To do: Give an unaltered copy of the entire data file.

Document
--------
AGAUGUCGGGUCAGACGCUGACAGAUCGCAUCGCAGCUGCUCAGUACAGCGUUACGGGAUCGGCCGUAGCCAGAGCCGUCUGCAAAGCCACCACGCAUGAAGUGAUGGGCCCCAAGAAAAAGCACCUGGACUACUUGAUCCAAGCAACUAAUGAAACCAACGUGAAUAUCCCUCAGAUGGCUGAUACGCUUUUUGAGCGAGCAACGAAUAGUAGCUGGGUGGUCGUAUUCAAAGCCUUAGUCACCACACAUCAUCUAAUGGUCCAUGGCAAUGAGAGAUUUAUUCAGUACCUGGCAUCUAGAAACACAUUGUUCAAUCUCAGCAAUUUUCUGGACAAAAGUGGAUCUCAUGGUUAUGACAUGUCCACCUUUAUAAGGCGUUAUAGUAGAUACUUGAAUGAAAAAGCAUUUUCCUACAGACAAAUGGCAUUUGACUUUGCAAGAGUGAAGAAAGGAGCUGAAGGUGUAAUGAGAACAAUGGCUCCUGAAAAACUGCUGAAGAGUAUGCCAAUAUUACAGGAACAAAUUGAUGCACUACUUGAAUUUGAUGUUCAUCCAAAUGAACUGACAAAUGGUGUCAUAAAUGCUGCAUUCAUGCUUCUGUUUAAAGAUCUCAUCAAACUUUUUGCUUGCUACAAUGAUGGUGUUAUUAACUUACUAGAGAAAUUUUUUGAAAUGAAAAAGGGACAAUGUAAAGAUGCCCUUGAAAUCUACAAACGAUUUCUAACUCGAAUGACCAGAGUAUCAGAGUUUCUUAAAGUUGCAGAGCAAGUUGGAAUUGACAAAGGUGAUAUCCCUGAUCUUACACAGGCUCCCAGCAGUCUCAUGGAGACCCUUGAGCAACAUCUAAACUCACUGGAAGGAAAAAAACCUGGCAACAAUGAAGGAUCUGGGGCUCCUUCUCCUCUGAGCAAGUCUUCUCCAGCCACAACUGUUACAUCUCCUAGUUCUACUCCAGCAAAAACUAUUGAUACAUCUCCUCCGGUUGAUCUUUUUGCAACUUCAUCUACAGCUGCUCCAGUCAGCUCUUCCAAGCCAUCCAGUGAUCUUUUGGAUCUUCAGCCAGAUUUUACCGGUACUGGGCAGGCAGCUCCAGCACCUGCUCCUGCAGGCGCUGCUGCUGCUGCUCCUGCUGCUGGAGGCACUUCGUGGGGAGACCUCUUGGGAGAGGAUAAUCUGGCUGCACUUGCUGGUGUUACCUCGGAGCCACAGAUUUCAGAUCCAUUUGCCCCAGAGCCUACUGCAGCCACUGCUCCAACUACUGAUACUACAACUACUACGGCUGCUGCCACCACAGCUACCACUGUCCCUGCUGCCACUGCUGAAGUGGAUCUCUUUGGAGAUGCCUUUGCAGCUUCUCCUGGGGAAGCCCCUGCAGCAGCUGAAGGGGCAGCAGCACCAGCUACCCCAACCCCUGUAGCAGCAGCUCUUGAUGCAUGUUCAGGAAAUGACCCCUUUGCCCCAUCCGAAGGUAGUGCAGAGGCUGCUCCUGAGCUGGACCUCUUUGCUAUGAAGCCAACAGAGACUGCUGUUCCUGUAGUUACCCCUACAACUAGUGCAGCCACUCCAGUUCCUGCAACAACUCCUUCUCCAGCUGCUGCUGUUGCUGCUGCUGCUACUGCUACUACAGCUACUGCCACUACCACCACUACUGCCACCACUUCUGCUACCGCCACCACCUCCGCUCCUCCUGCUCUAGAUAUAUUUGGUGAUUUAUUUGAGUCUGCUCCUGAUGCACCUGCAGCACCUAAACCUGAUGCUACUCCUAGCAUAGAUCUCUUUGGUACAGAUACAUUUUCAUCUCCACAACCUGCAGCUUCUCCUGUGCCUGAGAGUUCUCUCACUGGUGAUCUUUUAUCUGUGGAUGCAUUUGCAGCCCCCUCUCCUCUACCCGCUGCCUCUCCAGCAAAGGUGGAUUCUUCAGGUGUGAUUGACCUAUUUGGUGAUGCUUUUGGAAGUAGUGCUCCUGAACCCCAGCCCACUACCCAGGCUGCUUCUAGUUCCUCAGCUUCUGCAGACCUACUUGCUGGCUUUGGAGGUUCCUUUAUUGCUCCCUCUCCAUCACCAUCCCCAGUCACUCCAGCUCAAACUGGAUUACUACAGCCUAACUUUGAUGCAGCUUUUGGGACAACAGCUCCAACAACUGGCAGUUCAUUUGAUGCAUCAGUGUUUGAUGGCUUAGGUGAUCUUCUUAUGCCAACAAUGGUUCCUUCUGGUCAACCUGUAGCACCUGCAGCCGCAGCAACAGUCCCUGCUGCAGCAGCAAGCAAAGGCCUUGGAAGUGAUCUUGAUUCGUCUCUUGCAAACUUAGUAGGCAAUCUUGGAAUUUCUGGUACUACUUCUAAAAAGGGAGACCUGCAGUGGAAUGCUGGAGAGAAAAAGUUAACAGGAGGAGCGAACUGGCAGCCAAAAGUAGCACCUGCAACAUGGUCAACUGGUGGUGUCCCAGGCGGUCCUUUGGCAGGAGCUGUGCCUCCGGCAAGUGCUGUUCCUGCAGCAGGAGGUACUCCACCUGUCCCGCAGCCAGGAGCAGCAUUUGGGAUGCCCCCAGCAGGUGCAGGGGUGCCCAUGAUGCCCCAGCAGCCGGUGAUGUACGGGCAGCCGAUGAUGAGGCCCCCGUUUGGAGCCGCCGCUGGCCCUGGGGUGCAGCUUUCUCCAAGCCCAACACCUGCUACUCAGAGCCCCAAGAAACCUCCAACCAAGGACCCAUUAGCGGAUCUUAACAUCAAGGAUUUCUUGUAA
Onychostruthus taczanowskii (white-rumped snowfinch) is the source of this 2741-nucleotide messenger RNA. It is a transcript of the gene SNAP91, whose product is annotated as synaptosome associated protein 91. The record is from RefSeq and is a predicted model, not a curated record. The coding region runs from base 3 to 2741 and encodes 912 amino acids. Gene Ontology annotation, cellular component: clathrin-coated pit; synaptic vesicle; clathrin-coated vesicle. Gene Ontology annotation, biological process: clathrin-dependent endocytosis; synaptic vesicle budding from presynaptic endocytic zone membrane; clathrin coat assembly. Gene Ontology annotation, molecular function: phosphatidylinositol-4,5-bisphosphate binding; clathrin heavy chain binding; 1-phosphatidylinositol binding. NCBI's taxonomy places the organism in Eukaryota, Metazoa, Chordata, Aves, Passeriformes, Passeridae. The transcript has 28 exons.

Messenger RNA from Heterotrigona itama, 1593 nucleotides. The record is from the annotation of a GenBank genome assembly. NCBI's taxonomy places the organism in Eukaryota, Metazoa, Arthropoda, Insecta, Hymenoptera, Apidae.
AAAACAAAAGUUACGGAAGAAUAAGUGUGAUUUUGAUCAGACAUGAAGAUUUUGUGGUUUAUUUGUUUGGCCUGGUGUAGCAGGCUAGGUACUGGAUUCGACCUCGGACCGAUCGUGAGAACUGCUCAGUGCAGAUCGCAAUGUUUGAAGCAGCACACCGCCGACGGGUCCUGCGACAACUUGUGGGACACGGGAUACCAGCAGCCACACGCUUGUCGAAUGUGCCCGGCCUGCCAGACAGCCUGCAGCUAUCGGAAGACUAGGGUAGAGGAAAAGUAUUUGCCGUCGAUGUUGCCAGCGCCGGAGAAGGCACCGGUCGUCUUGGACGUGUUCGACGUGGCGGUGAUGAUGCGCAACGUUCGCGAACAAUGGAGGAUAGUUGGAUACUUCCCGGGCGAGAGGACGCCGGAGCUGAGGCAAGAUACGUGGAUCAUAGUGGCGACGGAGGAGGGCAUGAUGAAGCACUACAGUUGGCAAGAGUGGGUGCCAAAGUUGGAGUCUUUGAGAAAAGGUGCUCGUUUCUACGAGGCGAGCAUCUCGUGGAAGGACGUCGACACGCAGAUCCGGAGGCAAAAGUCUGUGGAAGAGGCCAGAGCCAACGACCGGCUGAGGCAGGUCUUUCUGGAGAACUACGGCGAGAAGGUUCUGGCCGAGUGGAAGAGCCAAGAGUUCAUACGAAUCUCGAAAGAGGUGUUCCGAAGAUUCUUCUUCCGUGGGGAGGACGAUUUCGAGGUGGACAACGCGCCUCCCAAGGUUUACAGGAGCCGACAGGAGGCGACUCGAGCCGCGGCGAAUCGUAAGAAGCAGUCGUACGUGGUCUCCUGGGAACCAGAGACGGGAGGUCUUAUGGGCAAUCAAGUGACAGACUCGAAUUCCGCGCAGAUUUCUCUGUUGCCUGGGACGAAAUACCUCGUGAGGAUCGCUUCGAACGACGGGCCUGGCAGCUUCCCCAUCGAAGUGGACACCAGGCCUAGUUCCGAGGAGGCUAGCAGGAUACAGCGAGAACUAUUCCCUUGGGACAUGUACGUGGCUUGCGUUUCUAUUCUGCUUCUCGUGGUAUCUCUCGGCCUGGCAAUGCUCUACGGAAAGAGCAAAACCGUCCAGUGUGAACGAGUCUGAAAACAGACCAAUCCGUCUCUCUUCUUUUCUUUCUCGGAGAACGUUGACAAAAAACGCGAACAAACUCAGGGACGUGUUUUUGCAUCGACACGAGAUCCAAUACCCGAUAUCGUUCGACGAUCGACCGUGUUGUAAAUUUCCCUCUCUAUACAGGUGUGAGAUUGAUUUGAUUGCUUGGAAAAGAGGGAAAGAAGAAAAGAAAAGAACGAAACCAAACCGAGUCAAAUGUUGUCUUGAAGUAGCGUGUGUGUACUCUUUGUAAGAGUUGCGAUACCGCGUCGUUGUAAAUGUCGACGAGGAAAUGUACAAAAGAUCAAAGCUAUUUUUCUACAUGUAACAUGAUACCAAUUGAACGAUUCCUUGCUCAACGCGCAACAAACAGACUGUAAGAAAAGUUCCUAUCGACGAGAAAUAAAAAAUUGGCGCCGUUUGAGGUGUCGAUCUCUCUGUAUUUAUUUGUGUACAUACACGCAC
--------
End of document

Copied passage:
AGAUGUCGGGUCAGACGCUGACAGAUCGCAUCGCAGCUGCUCAGUACAGCGUUACGGGAUCGGCCGUAGCCAGAGCCGUCUGCAAAGCCACCACGCAUGAAGUGAUGGGCCCCAAGAAAAAGCACCUGGACUACUUGAUCCAAGCAACUAAUGAAACCAACGUGAAUAUCCCUCAGAUGGCUGAUACGCUUUUUGAGCGAGCAACGAAUAGUAGCUGGGUGGUCGUAUUCAAAGCCUUAGUCACCACACAUCAUCUAAUGGUCCAUGGCAAUGAGAGAUUUAUUCAGUACCUGGCAUCUAGAAACACAUUGUUCAAUCUCAGCAAUUUUCUGGACAAAAGUGGAUCUCAUGGUUAUGACAUGUCCACCUUUAUAAGGCGUUAUAGUAGAUACUUGAAUGAAAAAGCAUUUUCCUACAGACAAAUGGCAUUUGACUUUGCAAGAGUGAAGAAAGGAGCUGAAGGUGUAAUGAGAACAAUGGCUCCUGAAAAACUGCUGAAGAGUAUGCCAAUAUUACAGGAACAAAUUGAUGCACUACUUGAAUUUGAUGUUCAUCCAAAUGAACUGACAAAUGGUGUCAUAAAUGCUGCAUUCAUGCUUCUGUUUAAAGAUCUCAUCAAACUUUUUGCUUGCUACAAUGAUGGUGUUAUUAACUUACUAGAGAAAUUUUUUGAAAUGAAAAAGGGACAAUGUAAAGAUGCCCUUGAAAUCUACAAACGAUUUCUAACUCGAAUGACCAGAGUAUCAGAGUUUCUUAAAGUUGCAGAGCAAGUUGGAAUUGACAAAGGUGAUAUCCCUGAUCUUACACAGGCUCCCAGCAGUCUCAUGGAGACCCUUGAGCAACAUCUAAACUCACUGGAAGGAAAAAAACCUGGCAACAAUGAAGGAUCUGGGGCUCCUUCUCCUCUGAGCAAGUCUUCUCCAGCCACAACUGUUACAUCUCCUAGUUCUACUCCAGCAAAAACUAUUGAUACAUCUCCUCCGGUUGAUCUUUUUGCAACUUCAUCUACAGCUGCUCCAGUCAGCUCUUCCAAGCCAUCCAGUGAUCUUUUGGAUCUUCAGCCAGAUUUUACCGGUACUGGGCAGGCAGCUCCAGCACCUGCUCCUGCAGGCGCUGCUGCUGCUGCUCCUGCUGCUGGAGGCACUUCGUGGGGAGACCUCUUGGGAGAGGAUAAUCUGGCUGCACUUGCUGGUGUUACCUCGGAGCCACAGAUUUCAGAUCCAUUUGCCCCAGAGCCUACUGCAGCCACUGCUCCAACUACUGAUACUACAACUACUACGGCUGCUGCCACCACAGCUACCACUGUCCCUGCUGCCACUGCUGAAGUGGAUCUCUUUGGAGAUGCCUUUGCAGCUUCUCCUGGGGAAGCCCCUGCAGCAGCUGAAGGGGCAGCAGCACCAGCUACCCCAACCCCUGUAGCAGCAGCUCUUGAUGCAUGUUCAGGAAAUGACCCCUUUGCCCCAUCCGAAGGUAGUGCAGAGGCUGCUCCUGAGCUGGACCUCUUUGCUAUGAAGCCAACAGAGACUGCUGUUCCUGUAGUUACCCCUACAACUAGUGCAGCCACUCCAGUUCCUGCAACAACUCCUUCUCCAGCUGCUGCUGUUGCUGCUGCUGCUACUGCUACUACAGCUACUGCCACUACCACCACUACUGCCACCACUUCUGCUACCGCCACCACCUCCGCUCCUCCUGCUCUAGAUAUAUUUGGUGAUUUAUUUGAGUCUGCUCCUGAUGCACCUGCAGCACCUAAACCUGAUGCUACUCCUAGCAUAGAUCUCUUUGGUACAGAUACAUUUUCAUCUCCACAACCUGCAGCUUCUCCUGUGCCUGAGAGUUCUCUCACUGGUGAUCUUUUAUCUGUGGAUGCAUUUGCAGCCCCCUCUCCUCUACCCGCUGCCUCUCCAGCAAAGGUGGAUUCUUCAGGUGUGAUUGACCUAUUUGGUGAUGCUUUUGGAAGUAGUGCUCCUGAACCCCAGCCCACUACCCAGGCUGCUUCUAGUUCCUCAGCUUCUGCAGACCUACUUGCUGGCUUUGGAGGUUCCUUUAUUGCUCCCUCUCCAUCACCAUCCCCAGUCACUCCAGCUCAAACUGGAUUACUACAGCCUAACUUUGAUGCAGCUUUUGGGACAACAGCUCCAACAACUGGCAGUUCAUUUGAUGCAUCAGUGUUUGAUGGCUUAGGUGAUCUUCUUAUGCCAACAAUGGUUCCUUCUGGUCAACCUGUAGCACCUGCAGCCGCAGCAACAGUCCCUGCUGCAGCAGCAAGCAAAGGCCUUGGAAGUGAUCUUGAUUCGUCUCUUGCAAACUUAGUAGGCAAUCUUGGAAUUUCUGGUACUACUUCUAAAAAGGGAGACCUGCAGUGGAAUGCUGGAGAGAAAAAGUUAACAGGAGGAGCGAACUGGCAGCCAAAAGUAGCACCUGCAACAUGGUCAACUGGUGGUGUCCCAGGCGGUCCUUUGGCAGGAGCUGUGCCUCCGGCAAGUGCUGUUCCUGCAGCAGGAGGUACUCCACCUGUCCCGCAGCCAGGAGCAGCAUUUGGGAUGCCCCCAGCAGGUGCAGGGGUGCCCAUGAUGCCCCAGCAGCCGGUGAUGUACGGGCAGCCGAUGAUGAGGCCCCCGUUUGGAGCCGCCGCUGGCCCUGGGGUGCAGCUUUCUCCAAGCCCAACACCUGCUACUCAGAGCCCCAAGAAACCUCCAACCAAGGACCCAUUAGCGGAUCUUAACAUCAAGGAUUUCUUGUAA
Onychostruthus taczanowskii (white-rumped snowfinch) is the source of this 2741-nucleotide messenger RNA. It is a transcript of the gene SNAP91, whose product is annotated as synaptosome associated protein 91. The record is from RefSeq and is a predicted model, not a curated record. The coding region runs from base 3 to 2741 and encodes 912 amino acids. Gene Ontology annotation, cellular component: clathrin-coated pit; synaptic vesicle; clathrin-coated vesicle. Gene Ontology annotation, biological process: clathrin-dependent endocytosis; synaptic vesicle budding from presynaptic endocytic zone membrane; clathrin coat assembly. Gene Ontology annotation, molecular function: phosphatidylinositol-4,5-bisphosphate binding; clathrin heavy chain binding; 1-phosphatidylinositol binding. NCBI's taxonomy places the organism in Eukaryota, Metazoa, Chordata, Aves, Passeriformes, Passeridae. The transcript has 28 exons.

Messenger RNA from Heterotrigona itama, 1593 nucleotides. The record is from the annotation of a GenBank genome assembly. NCBI's taxonomy places the organism in Eukaryota, Metazoa, Arthropoda, Insecta, Hymenoptera, Apidae.
AAAACAAAAGUUACGGAAGAAUAAGUGUGAUUUUGAUCAGACAUGAAGAUUUUGUGGUUUAUUUGUUUGGCCUGGUGUAGCAGGCUAGGUACUGGAUUCGACCUCGGACCGAUCGUGAGAACUGCUCAGUGCAGAUCGCAAUGUUUGAAGCAGCACACCGCCGACGGGUCCUGCGACAACUUGUGGGACACGGGAUACCAGCAGCCACACGCUUGUCGAAUGUGCCCGGCCUGCCAGACAGCCUGCAGCUAUCGGAAGACUAGGGUAGAGGAAAAGUAUUUGCCGUCGAUGUUGCCAGCGCCGGAGAAGGCACCGGUCGUCUUGGACGUGUUCGACGUGGCGGUGAUGAUGCGCAACGUUCGCGAACAAUGGAGGAUAGUUGGAUACUUCCCGGGCGAGAGGACGCCGGAGCUGAGGCAAGAUACGUGGAUCAUAGUGGCGACGGAGGAGGGCAUGAUGAAGCACUACAGUUGGCAAGAGUGGGUGCCAAAGUUGGAGUCUUUGAGAAAAGGUGCUCGUUUCUACGAGGCGAGCAUCUCGUGGAAGGACGUCGACACGCAGAUCCGGAGGCAAAAGUCUGUGGAAGAGGCCAGAGCCAACGACCGGCUGAGGCAGGUCUUUCUGGAGAACUACGGCGAGAAGGUUCUGGCCGAGUGGAAGAGCCAAGAGUUCAUACGAAUCUCGAAAGAGGUGUUCCGAAGAUUCUUCUUCCGUGGGGAGGACGAUUUCGAGGUGGACAACGCGCCUCCCAAGGUUUACAGGAGCCGACAGGAGGCGACUCGAGCCGCGGCGAAUCGUAAGAAGCAGUCGUACGUGGUCUCCUGGGAACCAGAGACGGGAGGUCUUAUGGGCAAUCAAGUGACAGACUCGAAUUCCGCGCAGAUUUCUCUGUUGCCUGGGACGAAAUACCUCGUGAGGAUCGCUUCGAACGACGGGCCUGGCAGCUUCCCCAUCGAAGUGGACACCAGGCCUAGUUCCGAGGAGGCUAGCAGGAUACAGCGAGAACUAUUCCCUUGGGACAUGUACGUGGCUUGCGUUUCUAUUCUGCUUCUCGUGGUAUCUCUCGGCCUGGCAAUGCUCUACGGAAAGAGCAAAACCGUCCAGUGUGAACGAGUCUGAAAACAGACCAAUCCGUCUCUCUUCUUUUCUUUCUCGGAGAACGUUGACAAAAAACGCGAACAAACUCAGGGACGUGUUUUUGCAUCGACACGAGAUCCAAUACCCGAUAUCGUUCGACGAUCGACCGUGUUGUAAAUUUCCCUCUCUAUACAGGUGUGAGAUUGAUUUGAUUGCUUGGAAAAGAGGGAAAGAAGAAAAGAAAAGAACGAAACCAAACCGAGUCAAAUGUUGUCUUGAAGUAGCGUGUGUGUACUCUUUGUAAGAGUUGCGAUACCGCGUCGUUGUAAAUGUCGACGAGGAAAUGUACAAAAGAUCAAAGCUAUUUUUCUACAUGUAACAUGAUACCAAUUGAACGAUUCCUUGCUCAACGCGCAACAAACAGACUGUAAGAAAAGUUCCUAUCGACGAGAAAUAAAAAAUUGGCGCCGUUUGAGGUGUCGAUCUCUCUGUAUUUAUUUGUGUACAUACACGCAC